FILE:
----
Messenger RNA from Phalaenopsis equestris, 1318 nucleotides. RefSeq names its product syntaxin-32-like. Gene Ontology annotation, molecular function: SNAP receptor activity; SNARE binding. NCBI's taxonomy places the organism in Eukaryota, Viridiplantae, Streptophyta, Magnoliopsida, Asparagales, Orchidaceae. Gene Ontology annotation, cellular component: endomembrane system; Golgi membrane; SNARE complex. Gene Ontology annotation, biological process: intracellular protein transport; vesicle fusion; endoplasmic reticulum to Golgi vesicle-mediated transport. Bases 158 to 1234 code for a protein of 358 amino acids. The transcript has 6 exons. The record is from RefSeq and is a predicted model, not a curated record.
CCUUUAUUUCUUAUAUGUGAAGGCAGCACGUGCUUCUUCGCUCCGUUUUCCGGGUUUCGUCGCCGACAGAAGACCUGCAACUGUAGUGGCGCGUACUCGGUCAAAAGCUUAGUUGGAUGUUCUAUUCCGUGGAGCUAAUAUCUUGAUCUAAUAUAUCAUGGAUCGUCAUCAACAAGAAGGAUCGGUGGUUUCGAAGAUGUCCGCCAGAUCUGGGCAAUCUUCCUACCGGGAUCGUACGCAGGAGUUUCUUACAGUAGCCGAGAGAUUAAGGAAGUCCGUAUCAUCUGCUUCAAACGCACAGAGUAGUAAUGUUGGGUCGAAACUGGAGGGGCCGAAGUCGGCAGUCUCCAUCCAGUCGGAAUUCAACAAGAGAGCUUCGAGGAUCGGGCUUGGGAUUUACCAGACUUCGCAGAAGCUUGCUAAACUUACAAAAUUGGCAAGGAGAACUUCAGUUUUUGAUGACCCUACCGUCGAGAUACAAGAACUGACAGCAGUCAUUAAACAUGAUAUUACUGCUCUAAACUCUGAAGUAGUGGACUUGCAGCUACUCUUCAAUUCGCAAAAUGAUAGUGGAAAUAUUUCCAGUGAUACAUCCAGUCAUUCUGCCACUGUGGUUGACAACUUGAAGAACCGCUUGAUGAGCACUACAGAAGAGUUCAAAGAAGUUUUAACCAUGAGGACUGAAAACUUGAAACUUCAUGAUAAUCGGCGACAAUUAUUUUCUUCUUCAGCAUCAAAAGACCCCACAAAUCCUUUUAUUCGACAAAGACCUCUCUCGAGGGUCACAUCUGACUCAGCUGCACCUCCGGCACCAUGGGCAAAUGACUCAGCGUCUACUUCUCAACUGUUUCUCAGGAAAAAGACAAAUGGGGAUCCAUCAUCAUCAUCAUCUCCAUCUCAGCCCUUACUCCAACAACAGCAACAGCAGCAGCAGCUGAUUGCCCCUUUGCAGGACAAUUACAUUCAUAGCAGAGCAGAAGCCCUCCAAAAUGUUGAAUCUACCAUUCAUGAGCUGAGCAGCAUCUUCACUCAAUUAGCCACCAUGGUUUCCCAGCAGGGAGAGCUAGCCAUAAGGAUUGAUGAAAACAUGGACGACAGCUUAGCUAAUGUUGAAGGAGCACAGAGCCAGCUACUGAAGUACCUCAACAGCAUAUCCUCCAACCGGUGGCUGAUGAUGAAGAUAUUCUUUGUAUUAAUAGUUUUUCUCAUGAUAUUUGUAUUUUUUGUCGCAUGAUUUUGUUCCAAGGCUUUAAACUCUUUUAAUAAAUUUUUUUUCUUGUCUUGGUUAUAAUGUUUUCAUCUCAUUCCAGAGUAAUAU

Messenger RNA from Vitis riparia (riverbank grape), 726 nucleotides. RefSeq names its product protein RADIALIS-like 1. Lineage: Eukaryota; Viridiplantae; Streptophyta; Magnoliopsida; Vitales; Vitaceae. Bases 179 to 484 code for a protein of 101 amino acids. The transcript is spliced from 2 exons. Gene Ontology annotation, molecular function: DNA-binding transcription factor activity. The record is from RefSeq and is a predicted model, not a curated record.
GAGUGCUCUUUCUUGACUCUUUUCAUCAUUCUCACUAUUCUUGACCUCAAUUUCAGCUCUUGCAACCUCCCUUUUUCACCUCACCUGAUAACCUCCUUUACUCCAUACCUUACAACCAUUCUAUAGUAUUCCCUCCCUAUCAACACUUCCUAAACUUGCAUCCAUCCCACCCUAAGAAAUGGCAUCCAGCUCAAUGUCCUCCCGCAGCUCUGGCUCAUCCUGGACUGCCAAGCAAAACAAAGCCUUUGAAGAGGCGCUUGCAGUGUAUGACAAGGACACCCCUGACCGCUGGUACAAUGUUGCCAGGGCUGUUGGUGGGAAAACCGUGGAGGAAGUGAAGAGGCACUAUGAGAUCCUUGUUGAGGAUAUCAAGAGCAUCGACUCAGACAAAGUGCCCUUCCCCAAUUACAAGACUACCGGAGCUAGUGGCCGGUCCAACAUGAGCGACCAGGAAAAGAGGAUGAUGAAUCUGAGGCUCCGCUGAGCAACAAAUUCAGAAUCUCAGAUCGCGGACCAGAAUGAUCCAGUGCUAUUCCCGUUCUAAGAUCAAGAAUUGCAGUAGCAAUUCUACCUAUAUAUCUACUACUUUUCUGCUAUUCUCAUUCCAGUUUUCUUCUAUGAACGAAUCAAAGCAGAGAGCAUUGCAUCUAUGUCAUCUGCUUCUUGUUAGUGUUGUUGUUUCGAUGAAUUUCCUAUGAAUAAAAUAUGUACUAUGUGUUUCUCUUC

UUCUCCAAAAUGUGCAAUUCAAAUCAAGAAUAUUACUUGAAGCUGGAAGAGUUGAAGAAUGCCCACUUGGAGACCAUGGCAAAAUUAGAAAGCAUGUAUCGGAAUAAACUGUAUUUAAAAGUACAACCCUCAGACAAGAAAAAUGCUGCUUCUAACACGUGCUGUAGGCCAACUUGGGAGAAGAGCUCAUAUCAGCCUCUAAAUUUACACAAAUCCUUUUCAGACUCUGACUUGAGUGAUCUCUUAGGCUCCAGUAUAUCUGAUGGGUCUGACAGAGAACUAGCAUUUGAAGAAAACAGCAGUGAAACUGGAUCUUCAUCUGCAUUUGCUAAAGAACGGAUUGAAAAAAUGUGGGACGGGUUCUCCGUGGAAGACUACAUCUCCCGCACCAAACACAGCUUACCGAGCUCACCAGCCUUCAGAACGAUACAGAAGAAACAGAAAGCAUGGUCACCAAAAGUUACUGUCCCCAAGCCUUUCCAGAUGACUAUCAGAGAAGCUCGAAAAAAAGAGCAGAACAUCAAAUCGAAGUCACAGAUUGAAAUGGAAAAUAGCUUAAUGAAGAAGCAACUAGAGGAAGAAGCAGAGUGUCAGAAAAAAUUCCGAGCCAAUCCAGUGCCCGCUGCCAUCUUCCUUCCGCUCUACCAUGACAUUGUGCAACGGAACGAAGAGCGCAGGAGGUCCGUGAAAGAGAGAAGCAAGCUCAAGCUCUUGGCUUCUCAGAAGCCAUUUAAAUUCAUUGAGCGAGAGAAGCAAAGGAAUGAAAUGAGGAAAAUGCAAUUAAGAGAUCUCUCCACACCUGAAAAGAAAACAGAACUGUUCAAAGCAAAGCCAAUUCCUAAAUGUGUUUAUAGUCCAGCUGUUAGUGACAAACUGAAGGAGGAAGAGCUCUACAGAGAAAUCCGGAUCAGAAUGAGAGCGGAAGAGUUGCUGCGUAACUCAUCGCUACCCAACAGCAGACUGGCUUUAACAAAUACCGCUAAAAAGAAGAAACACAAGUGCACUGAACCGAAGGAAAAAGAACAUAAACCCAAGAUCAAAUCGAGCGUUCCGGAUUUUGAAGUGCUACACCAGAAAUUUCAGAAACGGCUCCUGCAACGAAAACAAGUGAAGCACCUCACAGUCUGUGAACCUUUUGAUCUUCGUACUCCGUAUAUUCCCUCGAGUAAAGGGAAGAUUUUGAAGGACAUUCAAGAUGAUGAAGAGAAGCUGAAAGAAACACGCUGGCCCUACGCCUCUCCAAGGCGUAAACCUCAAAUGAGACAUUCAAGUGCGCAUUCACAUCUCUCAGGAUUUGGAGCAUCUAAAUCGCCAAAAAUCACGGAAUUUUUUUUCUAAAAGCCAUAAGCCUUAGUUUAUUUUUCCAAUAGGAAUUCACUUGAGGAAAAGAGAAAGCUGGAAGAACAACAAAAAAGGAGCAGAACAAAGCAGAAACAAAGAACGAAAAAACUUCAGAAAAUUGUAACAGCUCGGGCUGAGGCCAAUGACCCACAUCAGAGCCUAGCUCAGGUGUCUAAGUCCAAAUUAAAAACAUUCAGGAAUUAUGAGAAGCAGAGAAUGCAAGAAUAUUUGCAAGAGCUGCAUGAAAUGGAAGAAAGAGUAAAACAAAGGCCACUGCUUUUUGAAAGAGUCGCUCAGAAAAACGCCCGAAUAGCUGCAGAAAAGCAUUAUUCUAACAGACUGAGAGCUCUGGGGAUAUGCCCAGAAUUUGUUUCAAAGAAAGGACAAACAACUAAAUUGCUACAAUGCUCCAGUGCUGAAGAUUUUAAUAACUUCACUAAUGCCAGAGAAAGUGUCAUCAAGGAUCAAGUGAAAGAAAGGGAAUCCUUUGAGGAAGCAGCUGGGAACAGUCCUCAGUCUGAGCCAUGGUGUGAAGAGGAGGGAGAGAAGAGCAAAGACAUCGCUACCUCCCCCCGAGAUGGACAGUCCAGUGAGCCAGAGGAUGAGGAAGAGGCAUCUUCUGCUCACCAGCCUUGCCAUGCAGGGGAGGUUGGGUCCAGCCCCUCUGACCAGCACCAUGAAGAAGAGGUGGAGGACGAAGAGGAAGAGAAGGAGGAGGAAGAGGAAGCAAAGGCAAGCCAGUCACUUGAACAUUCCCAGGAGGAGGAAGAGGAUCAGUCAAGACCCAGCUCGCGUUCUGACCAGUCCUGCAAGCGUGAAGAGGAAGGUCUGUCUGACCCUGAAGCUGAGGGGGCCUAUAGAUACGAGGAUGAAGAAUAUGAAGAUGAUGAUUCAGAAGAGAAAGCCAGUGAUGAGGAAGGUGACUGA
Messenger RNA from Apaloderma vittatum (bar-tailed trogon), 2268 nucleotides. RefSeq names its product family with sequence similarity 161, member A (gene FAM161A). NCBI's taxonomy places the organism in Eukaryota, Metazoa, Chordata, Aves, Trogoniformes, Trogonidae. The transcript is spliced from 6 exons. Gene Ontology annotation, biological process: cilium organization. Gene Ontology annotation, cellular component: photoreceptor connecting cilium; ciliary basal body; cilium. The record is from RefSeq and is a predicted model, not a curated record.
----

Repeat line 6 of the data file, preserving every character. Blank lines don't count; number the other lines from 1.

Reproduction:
Messenger RNA from Apaloderma vittatum (bar-tailed trogon), 2268 nucleotides. RefSeq names its product family with sequence similarity 161, member A (gene FAM161A). NCBI's taxonomy places the organism in Eukaryota, Metazoa, Chordata, Aves, Trogoniformes, Trogonidae. The transcript is spliced from 6 exons. Gene Ontology annotation, biological process: cilium organization. Gene Ontology annotation, cellular component: photoreceptor connecting cilium; ciliary basal body; cilium. The record is from RefSeq and is a predicted model, not a curated record.